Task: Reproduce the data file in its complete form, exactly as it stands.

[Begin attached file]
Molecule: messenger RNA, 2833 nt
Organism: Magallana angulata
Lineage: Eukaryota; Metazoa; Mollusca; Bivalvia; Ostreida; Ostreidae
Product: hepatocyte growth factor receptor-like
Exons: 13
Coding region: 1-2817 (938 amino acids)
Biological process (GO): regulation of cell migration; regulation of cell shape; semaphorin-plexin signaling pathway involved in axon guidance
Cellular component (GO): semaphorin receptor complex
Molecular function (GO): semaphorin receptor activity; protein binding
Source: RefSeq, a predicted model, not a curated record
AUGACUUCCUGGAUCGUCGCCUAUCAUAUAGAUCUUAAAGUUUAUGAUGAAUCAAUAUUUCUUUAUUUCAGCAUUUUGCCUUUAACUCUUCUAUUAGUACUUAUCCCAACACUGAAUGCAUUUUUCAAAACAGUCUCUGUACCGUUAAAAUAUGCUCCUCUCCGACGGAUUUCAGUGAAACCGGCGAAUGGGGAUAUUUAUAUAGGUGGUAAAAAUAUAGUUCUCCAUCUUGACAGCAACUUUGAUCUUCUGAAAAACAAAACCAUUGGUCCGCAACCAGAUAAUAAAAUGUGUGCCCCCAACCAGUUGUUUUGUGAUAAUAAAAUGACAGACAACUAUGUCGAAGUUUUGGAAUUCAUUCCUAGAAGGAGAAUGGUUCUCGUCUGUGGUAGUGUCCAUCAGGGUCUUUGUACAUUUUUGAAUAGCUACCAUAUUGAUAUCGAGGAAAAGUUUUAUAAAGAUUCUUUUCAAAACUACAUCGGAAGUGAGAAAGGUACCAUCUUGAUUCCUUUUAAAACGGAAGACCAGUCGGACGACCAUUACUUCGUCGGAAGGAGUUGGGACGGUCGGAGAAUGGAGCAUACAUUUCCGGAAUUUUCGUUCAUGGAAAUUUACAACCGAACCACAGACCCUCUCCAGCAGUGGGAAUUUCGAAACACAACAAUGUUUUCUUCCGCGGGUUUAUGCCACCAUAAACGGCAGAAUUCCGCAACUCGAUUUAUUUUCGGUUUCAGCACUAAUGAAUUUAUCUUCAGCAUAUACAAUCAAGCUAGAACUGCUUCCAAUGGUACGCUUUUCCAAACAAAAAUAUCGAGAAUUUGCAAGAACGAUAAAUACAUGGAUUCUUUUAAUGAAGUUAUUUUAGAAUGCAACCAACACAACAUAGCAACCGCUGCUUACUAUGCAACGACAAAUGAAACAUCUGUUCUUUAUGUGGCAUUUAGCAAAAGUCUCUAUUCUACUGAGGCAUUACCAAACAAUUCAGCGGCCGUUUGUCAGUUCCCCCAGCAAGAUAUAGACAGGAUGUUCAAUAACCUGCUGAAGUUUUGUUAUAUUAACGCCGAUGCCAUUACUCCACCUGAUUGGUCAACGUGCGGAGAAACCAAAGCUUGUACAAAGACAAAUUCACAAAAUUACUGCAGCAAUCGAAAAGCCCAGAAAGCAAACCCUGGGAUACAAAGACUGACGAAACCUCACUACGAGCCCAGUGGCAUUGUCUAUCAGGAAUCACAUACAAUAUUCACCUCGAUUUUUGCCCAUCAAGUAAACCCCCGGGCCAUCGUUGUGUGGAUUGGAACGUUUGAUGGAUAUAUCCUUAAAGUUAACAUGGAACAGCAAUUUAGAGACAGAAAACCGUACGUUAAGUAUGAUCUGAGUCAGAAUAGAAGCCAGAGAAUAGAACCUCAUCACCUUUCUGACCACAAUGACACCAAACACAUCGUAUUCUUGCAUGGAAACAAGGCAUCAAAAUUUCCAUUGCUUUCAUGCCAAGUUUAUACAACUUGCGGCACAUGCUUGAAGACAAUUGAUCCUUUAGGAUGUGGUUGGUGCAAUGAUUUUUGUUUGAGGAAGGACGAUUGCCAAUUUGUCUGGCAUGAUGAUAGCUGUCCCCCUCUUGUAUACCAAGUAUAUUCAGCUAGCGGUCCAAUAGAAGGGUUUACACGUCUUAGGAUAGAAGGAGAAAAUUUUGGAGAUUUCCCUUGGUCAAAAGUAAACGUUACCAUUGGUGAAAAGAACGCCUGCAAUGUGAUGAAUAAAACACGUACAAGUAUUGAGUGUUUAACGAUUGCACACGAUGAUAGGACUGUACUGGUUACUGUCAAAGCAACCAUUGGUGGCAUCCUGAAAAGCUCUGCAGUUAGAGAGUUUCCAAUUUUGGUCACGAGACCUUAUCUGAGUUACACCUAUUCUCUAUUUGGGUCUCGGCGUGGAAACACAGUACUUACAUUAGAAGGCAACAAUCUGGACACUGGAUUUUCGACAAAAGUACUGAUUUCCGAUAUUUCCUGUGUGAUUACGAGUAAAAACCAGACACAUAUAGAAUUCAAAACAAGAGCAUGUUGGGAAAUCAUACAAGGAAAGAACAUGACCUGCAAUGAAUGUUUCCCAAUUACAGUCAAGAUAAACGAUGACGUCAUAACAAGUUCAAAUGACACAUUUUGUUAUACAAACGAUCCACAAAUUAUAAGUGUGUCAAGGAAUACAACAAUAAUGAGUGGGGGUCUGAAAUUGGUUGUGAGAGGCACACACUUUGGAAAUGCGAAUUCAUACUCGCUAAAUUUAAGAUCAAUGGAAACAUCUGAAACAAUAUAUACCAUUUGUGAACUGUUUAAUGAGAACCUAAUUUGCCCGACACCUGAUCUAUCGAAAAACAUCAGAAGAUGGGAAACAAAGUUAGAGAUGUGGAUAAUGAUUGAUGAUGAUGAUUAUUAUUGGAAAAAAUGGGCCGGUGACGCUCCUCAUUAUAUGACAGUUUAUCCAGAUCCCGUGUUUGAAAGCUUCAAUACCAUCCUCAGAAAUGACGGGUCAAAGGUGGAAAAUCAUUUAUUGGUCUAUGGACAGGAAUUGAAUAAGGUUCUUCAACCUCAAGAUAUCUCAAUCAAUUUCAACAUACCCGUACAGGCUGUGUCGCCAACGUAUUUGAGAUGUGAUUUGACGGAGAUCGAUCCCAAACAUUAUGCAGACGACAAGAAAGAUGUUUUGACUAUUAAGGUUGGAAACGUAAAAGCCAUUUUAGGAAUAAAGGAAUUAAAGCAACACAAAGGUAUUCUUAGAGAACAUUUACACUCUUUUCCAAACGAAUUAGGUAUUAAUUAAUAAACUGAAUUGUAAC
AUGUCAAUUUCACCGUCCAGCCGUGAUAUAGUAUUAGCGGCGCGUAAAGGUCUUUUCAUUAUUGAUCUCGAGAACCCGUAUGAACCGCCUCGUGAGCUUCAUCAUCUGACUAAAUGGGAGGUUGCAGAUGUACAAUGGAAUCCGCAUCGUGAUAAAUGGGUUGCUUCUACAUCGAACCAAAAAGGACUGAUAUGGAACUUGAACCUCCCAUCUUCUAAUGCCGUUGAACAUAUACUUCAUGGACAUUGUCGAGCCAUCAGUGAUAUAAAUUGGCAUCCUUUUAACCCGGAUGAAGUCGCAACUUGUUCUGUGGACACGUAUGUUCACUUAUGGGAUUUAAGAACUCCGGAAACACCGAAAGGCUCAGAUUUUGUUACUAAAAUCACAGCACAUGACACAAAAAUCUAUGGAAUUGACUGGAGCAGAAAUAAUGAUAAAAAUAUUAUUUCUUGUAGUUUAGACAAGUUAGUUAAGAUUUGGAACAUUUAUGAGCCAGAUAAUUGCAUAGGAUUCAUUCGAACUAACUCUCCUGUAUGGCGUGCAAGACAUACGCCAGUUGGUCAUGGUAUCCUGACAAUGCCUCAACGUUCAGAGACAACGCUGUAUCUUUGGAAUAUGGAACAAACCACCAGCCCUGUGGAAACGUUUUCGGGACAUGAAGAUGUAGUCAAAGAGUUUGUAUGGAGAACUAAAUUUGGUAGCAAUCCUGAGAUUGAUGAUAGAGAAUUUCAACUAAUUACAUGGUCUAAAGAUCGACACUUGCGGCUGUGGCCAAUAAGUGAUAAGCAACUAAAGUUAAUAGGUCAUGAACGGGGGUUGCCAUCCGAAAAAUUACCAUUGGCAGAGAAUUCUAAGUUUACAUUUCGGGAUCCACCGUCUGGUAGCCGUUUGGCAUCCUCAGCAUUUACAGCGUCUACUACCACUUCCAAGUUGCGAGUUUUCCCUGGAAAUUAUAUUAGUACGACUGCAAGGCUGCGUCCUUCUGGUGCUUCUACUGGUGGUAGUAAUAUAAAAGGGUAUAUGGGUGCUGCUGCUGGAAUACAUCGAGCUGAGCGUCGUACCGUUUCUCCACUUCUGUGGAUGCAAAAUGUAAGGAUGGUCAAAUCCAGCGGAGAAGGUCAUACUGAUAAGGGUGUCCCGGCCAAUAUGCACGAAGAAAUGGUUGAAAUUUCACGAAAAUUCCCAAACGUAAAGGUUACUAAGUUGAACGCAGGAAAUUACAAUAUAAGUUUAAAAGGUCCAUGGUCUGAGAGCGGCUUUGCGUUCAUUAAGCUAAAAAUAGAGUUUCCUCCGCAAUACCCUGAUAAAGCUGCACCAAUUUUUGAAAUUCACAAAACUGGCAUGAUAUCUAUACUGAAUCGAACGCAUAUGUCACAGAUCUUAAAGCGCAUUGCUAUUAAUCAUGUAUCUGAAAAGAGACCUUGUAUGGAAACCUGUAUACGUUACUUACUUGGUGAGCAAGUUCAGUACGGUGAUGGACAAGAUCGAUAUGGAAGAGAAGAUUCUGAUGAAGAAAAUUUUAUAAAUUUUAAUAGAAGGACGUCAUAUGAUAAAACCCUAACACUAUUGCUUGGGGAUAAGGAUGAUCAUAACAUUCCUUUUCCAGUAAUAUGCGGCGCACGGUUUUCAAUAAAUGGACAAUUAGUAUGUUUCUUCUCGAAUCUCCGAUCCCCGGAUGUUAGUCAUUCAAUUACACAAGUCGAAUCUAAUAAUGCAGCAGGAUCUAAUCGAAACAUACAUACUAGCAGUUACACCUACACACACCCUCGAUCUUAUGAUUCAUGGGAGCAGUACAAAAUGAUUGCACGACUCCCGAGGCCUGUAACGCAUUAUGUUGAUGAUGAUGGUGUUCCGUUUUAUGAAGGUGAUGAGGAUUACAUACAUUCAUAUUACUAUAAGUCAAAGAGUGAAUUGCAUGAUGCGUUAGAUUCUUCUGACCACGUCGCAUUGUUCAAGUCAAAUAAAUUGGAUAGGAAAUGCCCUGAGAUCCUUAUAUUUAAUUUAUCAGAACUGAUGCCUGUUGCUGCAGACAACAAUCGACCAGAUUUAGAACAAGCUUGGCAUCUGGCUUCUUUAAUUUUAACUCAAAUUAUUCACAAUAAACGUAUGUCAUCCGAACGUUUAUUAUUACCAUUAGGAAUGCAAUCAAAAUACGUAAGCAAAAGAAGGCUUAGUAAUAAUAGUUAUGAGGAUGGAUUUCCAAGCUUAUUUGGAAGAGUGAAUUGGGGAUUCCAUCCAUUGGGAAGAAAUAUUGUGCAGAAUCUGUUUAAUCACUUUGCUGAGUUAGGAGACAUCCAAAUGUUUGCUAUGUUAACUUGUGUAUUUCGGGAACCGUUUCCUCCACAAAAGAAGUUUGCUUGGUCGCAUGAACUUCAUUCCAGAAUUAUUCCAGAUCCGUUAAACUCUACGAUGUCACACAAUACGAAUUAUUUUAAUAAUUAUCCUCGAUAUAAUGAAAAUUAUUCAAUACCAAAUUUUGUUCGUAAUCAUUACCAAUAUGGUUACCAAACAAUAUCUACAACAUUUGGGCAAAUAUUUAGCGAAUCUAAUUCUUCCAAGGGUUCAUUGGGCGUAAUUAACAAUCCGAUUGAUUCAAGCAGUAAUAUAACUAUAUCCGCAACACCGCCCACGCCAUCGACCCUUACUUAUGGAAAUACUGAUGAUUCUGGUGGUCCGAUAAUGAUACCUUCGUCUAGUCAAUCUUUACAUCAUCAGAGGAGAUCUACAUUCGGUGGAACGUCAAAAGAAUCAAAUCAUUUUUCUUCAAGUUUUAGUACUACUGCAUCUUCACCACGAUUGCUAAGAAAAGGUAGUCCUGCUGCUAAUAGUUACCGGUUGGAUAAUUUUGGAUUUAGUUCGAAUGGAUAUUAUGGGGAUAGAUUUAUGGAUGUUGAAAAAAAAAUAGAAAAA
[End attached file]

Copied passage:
Molecule: messenger RNA, 2833 nt
Organism: Magallana angulata
Lineage: Eukaryota; Metazoa; Mollusca; Bivalvia; Ostreida; Ostreidae
Product: hepatocyte growth factor receptor-like
Exons: 13
Coding region: 1-2817 (938 amino acids)
Biological process (GO): regulation of cell migration; regulation of cell shape; semaphorin-plexin signaling pathway involved in axon guidance
Cellular component (GO): semaphorin receptor complex
Molecular function (GO): semaphorin receptor activity; protein binding
Source: RefSeq, a predicted model, not a curated record
AUGACUUCCUGGAUCGUCGCCUAUCAUAUAGAUCUUAAAGUUUAUGAUGAAUCAAUAUUUCUUUAUUUCAGCAUUUUGCCUUUAACUCUUCUAUUAGUACUUAUCCCAACACUGAAUGCAUUUUUCAAAACAGUCUCUGUACCGUUAAAAUAUGCUCCUCUCCGACGGAUUUCAGUGAAACCGGCGAAUGGGGAUAUUUAUAUAGGUGGUAAAAAUAUAGUUCUCCAUCUUGACAGCAACUUUGAUCUUCUGAAAAACAAAACCAUUGGUCCGCAACCAGAUAAUAAAAUGUGUGCCCCCAACCAGUUGUUUUGUGAUAAUAAAAUGACAGACAACUAUGUCGAAGUUUUGGAAUUCAUUCCUAGAAGGAGAAUGGUUCUCGUCUGUGGUAGUGUCCAUCAGGGUCUUUGUACAUUUUUGAAUAGCUACCAUAUUGAUAUCGAGGAAAAGUUUUAUAAAGAUUCUUUUCAAAACUACAUCGGAAGUGAGAAAGGUACCAUCUUGAUUCCUUUUAAAACGGAAGACCAGUCGGACGACCAUUACUUCGUCGGAAGGAGUUGGGACGGUCGGAGAAUGGAGCAUACAUUUCCGGAAUUUUCGUUCAUGGAAAUUUACAACCGAACCACAGACCCUCUCCAGCAGUGGGAAUUUCGAAACACAACAAUGUUUUCUUCCGCGGGUUUAUGCCACCAUAAACGGCAGAAUUCCGCAACUCGAUUUAUUUUCGGUUUCAGCACUAAUGAAUUUAUCUUCAGCAUAUACAAUCAAGCUAGAACUGCUUCCAAUGGUACGCUUUUCCAAACAAAAAUAUCGAGAAUUUGCAAGAACGAUAAAUACAUGGAUUCUUUUAAUGAAGUUAUUUUAGAAUGCAACCAACACAACAUAGCAACCGCUGCUUACUAUGCAACGACAAAUGAAACAUCUGUUCUUUAUGUGGCAUUUAGCAAAAGUCUCUAUUCUACUGAGGCAUUACCAAACAAUUCAGCGGCCGUUUGUCAGUUCCCCCAGCAAGAUAUAGACAGGAUGUUCAAUAACCUGCUGAAGUUUUGUUAUAUUAACGCCGAUGCCAUUACUCCACCUGAUUGGUCAACGUGCGGAGAAACCAAAGCUUGUACAAAGACAAAUUCACAAAAUUACUGCAGCAAUCGAAAAGCCCAGAAAGCAAACCCUGGGAUACAAAGACUGACGAAACCUCACUACGAGCCCAGUGGCAUUGUCUAUCAGGAAUCACAUACAAUAUUCACCUCGAUUUUUGCCCAUCAAGUAAACCCCCGGGCCAUCGUUGUGUGGAUUGGAACGUUUGAUGGAUAUAUCCUUAAAGUUAACAUGGAACAGCAAUUUAGAGACAGAAAACCGUACGUUAAGUAUGAUCUGAGUCAGAAUAGAAGCCAGAGAAUAGAACCUCAUCACCUUUCUGACCACAAUGACACCAAACACAUCGUAUUCUUGCAUGGAAACAAGGCAUCAAAAUUUCCAUUGCUUUCAUGCCAAGUUUAUACAACUUGCGGCACAUGCUUGAAGACAAUUGAUCCUUUAGGAUGUGGUUGGUGCAAUGAUUUUUGUUUGAGGAAGGACGAUUGCCAAUUUGUCUGGCAUGAUGAUAGCUGUCCCCCUCUUGUAUACCAAGUAUAUUCAGCUAGCGGUCCAAUAGAAGGGUUUACACGUCUUAGGAUAGAAGGAGAAAAUUUUGGAGAUUUCCCUUGGUCAAAAGUAAACGUUACCAUUGGUGAAAAGAACGCCUGCAAUGUGAUGAAUAAAACACGUACAAGUAUUGAGUGUUUAACGAUUGCACACGAUGAUAGGACUGUACUGGUUACUGUCAAAGCAACCAUUGGUGGCAUCCUGAAAAGCUCUGCAGUUAGAGAGUUUCCAAUUUUGGUCACGAGACCUUAUCUGAGUUACACCUAUUCUCUAUUUGGGUCUCGGCGUGGAAACACAGUACUUACAUUAGAAGGCAACAAUCUGGACACUGGAUUUUCGACAAAAGUACUGAUUUCCGAUAUUUCCUGUGUGAUUACGAGUAAAAACCAGACACAUAUAGAAUUCAAAACAAGAGCAUGUUGGGAAAUCAUACAAGGAAAGAACAUGACCUGCAAUGAAUGUUUCCCAAUUACAGUCAAGAUAAACGAUGACGUCAUAACAAGUUCAAAUGACACAUUUUGUUAUACAAACGAUCCACAAAUUAUAAGUGUGUCAAGGAAUACAACAAUAAUGAGUGGGGGUCUGAAAUUGGUUGUGAGAGGCACACACUUUGGAAAUGCGAAUUCAUACUCGCUAAAUUUAAGAUCAAUGGAAACAUCUGAAACAAUAUAUACCAUUUGUGAACUGUUUAAUGAGAACCUAAUUUGCCCGACACCUGAUCUAUCGAAAAACAUCAGAAGAUGGGAAACAAAGUUAGAGAUGUGGAUAAUGAUUGAUGAUGAUGAUUAUUAUUGGAAAAAAUGGGCCGGUGACGCUCCUCAUUAUAUGACAGUUUAUCCAGAUCCCGUGUUUGAAAGCUUCAAUACCAUCCUCAGAAAUGACGGGUCAAAGGUGGAAAAUCAUUUAUUGGUCUAUGGACAGGAAUUGAAUAAGGUUCUUCAACCUCAAGAUAUCUCAAUCAAUUUCAACAUACCCGUACAGGCUGUGUCGCCAACGUAUUUGAGAUGUGAUUUGACGGAGAUCGAUCCCAAACAUUAUGCAGACGACAAGAAAGAUGUUUUGACUAUUAAGGUUGGAAACGUAAAAGCCAUUUUAGGAAUAAAGGAAUUAAAGCAACACAAAGGUAUUCUUAGAGAACAUUUACACUCUUUUCCAAACGAAUUAGGUAUUAAUUAAUAAACUGAAUUGUAAC
AUGUCAAUUUCACCGUCCAGCCGUGAUAUAGUAUUAGCGGCGCGUAAAGGUCUUUUCAUUAUUGAUCUCGAGAACCCGUAUGAACCGCCUCGUGAGCUUCAUCAUCUGACUAAAUGGGAGGUUGCAGAUGUACAAUGGAAUCCGCAUCGUGAUAAAUGGGUUGCUUCUACAUCGAACCAAAAAGGACUGAUAUGGAACUUGAACCUCCCAUCUUCUAAUGCCGUUGAACAUAUACUUCAUGGACAUUGUCGAGCCAUCAGUGAUAUAAAUUGGCAUCCUUUUAACCCGGAUGAAGUCGCAACUUGUUCUGUGGACACGUAUGUUCACUUAUGGGAUUUAAGAACUCCGGAAACACCGAAAGGCUCAGAUUUUGUUACUAAAAUCACAGCACAUGACACAAAAAUCUAUGGAAUUGACUGGAGCAGAAAUAAUGAUAAAAAUAUUAUUUCUUGUAGUUUAGACAAGUUAGUUAAGAUUUGGAACAUUUAUGAGCCAGAUAAUUGCAUAGGAUUCAUUCGAACUAACUCUCCUGUAUGGCGUGCAAGACAUACGCCAGUUGGUCAUGGUAUCCUGACAAUGCCUCAACGUUCAGAGACAACGCUGUAUCUUUGGAAUAUGGAACAAACCACCAGCCCUGUGGAAACGUUUUCGGGACAUGAAGAUGUAGUCAAAGAGUUUGUAUGGAGAACUAAAUUUGGUAGCAAUCCUGAGAUUGAUGAUAGAGAAUUUCAACUAAUUACAUGGUCUAAAGAUCGACACUUGCGGCUGUGGCCAAUAAGUGAUAAGCAACUAAAGUUAAUAGGUCAUGAACGGGGGUUGCCAUCCGAAAAAUUACCAUUGGCAGAGAAUUCUAAGUUUACAUUUCGGGAUCCACCGUCUGGUAGCCGUUUGGCAUCCUCAGCAUUUACAGCGUCUACUACCACUUCCAAGUUGCGAGUUUUCCCUGGAAAUUAUAUUAGUACGACUGCAAGGCUGCGUCCUUCUGGUGCUUCUACUGGUGGUAGUAAUAUAAAAGGGUAUAUGGGUGCUGCUGCUGGAAUACAUCGAGCUGAGCGUCGUACCGUUUCUCCACUUCUGUGGAUGCAAAAUGUAAGGAUGGUCAAAUCCAGCGGAGAAGGUCAUACUGAUAAGGGUGUCCCGGCCAAUAUGCACGAAGAAAUGGUUGAAAUUUCACGAAAAUUCCCAAACGUAAAGGUUACUAAGUUGAACGCAGGAAAUUACAAUAUAAGUUUAAAAGGUCCAUGGUCUGAGAGCGGCUUUGCGUUCAUUAAGCUAAAAAUAGAGUUUCCUCCGCAAUACCCUGAUAAAGCUGCACCAAUUUUUGAAAUUCACAAAACUGGCAUGAUAUCUAUACUGAAUCGAACGCAUAUGUCACAGAUCUUAAAGCGCAUUGCUAUUAAUCAUGUAUCUGAAAAGAGACCUUGUAUGGAAACCUGUAUACGUUACUUACUUGGUGAGCAAGUUCAGUACGGUGAUGGACAAGAUCGAUAUGGAAGAGAAGAUUCUGAUGAAGAAAAUUUUAUAAAUUUUAAUAGAAGGACGUCAUAUGAUAAAACCCUAACACUAUUGCUUGGGGAUAAGGAUGAUCAUAACAUUCCUUUUCCAGUAAUAUGCGGCGCACGGUUUUCAAUAAAUGGACAAUUAGUAUGUUUCUUCUCGAAUCUCCGAUCCCCGGAUGUUAGUCAUUCAAUUACACAAGUCGAAUCUAAUAAUGCAGCAGGAUCUAAUCGAAACAUACAUACUAGCAGUUACACCUACACACACCCUCGAUCUUAUGAUUCAUGGGAGCAGUACAAAAUGAUUGCACGACUCCCGAGGCCUGUAACGCAUUAUGUUGAUGAUGAUGGUGUUCCGUUUUAUGAAGGUGAUGAGGAUUACAUACAUUCAUAUUACUAUAAGUCAAAGAGUGAAUUGCAUGAUGCGUUAGAUUCUUCUGACCACGUCGCAUUGUUCAAGUCAAAUAAAUUGGAUAGGAAAUGCCCUGAGAUCCUUAUAUUUAAUUUAUCAGAACUGAUGCCUGUUGCUGCAGACAACAAUCGACCAGAUUUAGAACAAGCUUGGCAUCUGGCUUCUUUAAUUUUAACUCAAAUUAUUCACAAUAAACGUAUGUCAUCCGAACGUUUAUUAUUACCAUUAGGAAUGCAAUCAAAAUACGUAAGCAAAAGAAGGCUUAGUAAUAAUAGUUAUGAGGAUGGAUUUCCAAGCUUAUUUGGAAGAGUGAAUUGGGGAUUCCAUCCAUUGGGAAGAAAUAUUGUGCAGAAUCUGUUUAAUCACUUUGCUGAGUUAGGAGACAUCCAAAUGUUUGCUAUGUUAACUUGUGUAUUUCGGGAACCGUUUCCUCCACAAAAGAAGUUUGCUUGGUCGCAUGAACUUCAUUCCAGAAUUAUUCCAGAUCCGUUAAACUCUACGAUGUCACACAAUACGAAUUAUUUUAAUAAUUAUCCUCGAUAUAAUGAAAAUUAUUCAAUACCAAAUUUUGUUCGUAAUCAUUACCAAUAUGGUUACCAAACAAUAUCUACAACAUUUGGGCAAAUAUUUAGCGAAUCUAAUUCUUCCAAGGGUUCAUUGGGCGUAAUUAACAAUCCGAUUGAUUCAAGCAGUAAUAUAACUAUAUCCGCAACACCGCCCACGCCAUCGACCCUUACUUAUGGAAAUACUGAUGAUUCUGGUGGUCCGAUAAUGAUACCUUCGUCUAGUCAAUCUUUACAUCAUCAGAGGAGAUCUACAUUCGGUGGAACGUCAAAAGAAUCAAAUCAUUUUUCUUCAAGUUUUAGUACUACUGCAUCUUCACCACGAUUGCUAAGAAAAGGUAGUCCUGCUGCUAAUAGUUACCGGUUGGAUAAUUUUGGAUUUAGUUCGAAUGGAUAUUAUGGGGAUAGAUUUAUGGAUGUUGAAAAAAAAAUAGAAAAA